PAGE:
Alumni Spotlight: Brian Peters '88
Engineering alumnus and Inneos CEO Brian Peters ‘88 is a successful leader, businessman and entrepreneur in the optics industry, but he wouldn’t lead with that. In his 25 years in business, Peters takes the most pride in leading companies with an inspired community of colleagues who have helped him carve out his place in Silicon Valley.
Inneos is an optical communication electronics manufacturer that makes laser systems and fiber optic cables, transmitters and adaptors. As CEO, Peters builds on the broad foundation he acquired at UC Davis to set the company’s direction, motivating the people around him and driving his business forward as a leader in fiber optics. This means spending a lot of time marketing while remaining an active participant in all the “big meetings” for product design, operations, finance and human resources.
“It isn’t just that I built a company—it’s that I built a company that has an impact and has a culture that’s kept most of my team on board for over 10 years and through a lot of transitions,” he said. “I’m successful because my company is successful and the company is successful because of the people and its culture.”
Aerospace Engineer to CEO
Peters entered UC Davis as an aeronautical engineer, but found his way to radio frequency (RF) engineering and materials science and double-majored in materials science and engineering and mechanical engineering. To this day, he is a self-proclaimed tech enthusiast and feels these programs at UC Davis helped him explore his interests while giving him a strong foundation to pivot to different types of engineering.
“By broadening my studies, I was setting myself up for the ability to flex with the times,” he said.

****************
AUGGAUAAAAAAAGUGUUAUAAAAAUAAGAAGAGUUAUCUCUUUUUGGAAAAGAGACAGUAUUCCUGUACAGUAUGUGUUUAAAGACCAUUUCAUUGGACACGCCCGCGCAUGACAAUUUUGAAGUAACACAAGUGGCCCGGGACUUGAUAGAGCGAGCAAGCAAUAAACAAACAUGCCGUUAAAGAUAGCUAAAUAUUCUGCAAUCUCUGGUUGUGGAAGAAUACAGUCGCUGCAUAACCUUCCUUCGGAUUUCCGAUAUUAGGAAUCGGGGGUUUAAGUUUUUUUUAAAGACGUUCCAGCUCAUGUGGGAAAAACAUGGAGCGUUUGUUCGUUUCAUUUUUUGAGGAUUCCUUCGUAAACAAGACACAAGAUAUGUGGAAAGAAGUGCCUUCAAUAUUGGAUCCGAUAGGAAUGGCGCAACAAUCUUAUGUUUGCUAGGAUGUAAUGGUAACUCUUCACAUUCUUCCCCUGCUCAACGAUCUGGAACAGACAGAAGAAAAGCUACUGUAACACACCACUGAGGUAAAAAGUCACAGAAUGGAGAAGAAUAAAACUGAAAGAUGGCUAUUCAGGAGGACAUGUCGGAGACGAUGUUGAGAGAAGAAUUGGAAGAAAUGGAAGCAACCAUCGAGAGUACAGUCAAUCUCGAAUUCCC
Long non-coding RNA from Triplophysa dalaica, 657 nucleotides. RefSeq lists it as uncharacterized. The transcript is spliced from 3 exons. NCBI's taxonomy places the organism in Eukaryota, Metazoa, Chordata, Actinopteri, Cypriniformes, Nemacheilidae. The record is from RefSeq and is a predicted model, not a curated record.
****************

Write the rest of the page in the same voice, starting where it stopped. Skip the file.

At the same time, Peters became interested in business. While at UC Davis, he drafted a personal plan to become a tech executive, starting with a few years in industry. It was in industry that a coworker told him, “lasers are a solution looking for a problem”—words that inspired him to pursue optics.
He soon went back to school for his M.B.A. from UC Berkeley and founded his first company, Universal LightSpeed, with a Berkeley colleague. After they sold it to a major CD/DVD manufacturer, he “got the bug” for entrepreneurship and started Blaze Network Products in 1997—the seed of what is now Inneos.
Through Thick and Thin
Though Inneos is successful now, this hasn’t always been the case. Peters has sold and re-bought the company twice, gone through major expansion and contraction and weathered economic uncertainty. Through it all, he and his team have been resilient, following their drive to use optical technology to make the world a better place.
“As a group of people, we have gone through a ton of very difficult times and survived that because of our company culture and that common passion,” he said. “That, to me, is the more important and lesser-known part of building a company.”
He’s done this by leaning on the skills he learned at UC Davis. He learned in mechanical engineering courses to always “keep it simple,” so he does by maintaining a flat organizational structure, giving his team a more collegial relationship than CEOs typically have with their employees. Inneos is also vertically-integrated, meaning that their products are designed, manufactured and sold completely in-house.
To keep his colleagues inspired, he brings them together at quarterly meetings to show them the fruits of their labor—Inneos products installed at major corporations, in airplanes and in home theaters across the country.
“I love finding passionate people, watching their eyes light up and seeing them become so driven that they just go,” he said.
The flexibility and broad background from his time at UC Davis also makes the company unusually resilient to change. For example, during the COVID-19 pandemic, the company found growth by shifting its focus towards hospitals and the healthcare industry, helping the world in new ways through optics.
“The reaction time to change and the ability to pivot differentiates a company that succeeds from one that dies,” he said. “I attribute a ton of my ability to do that to my time at UC Davis.”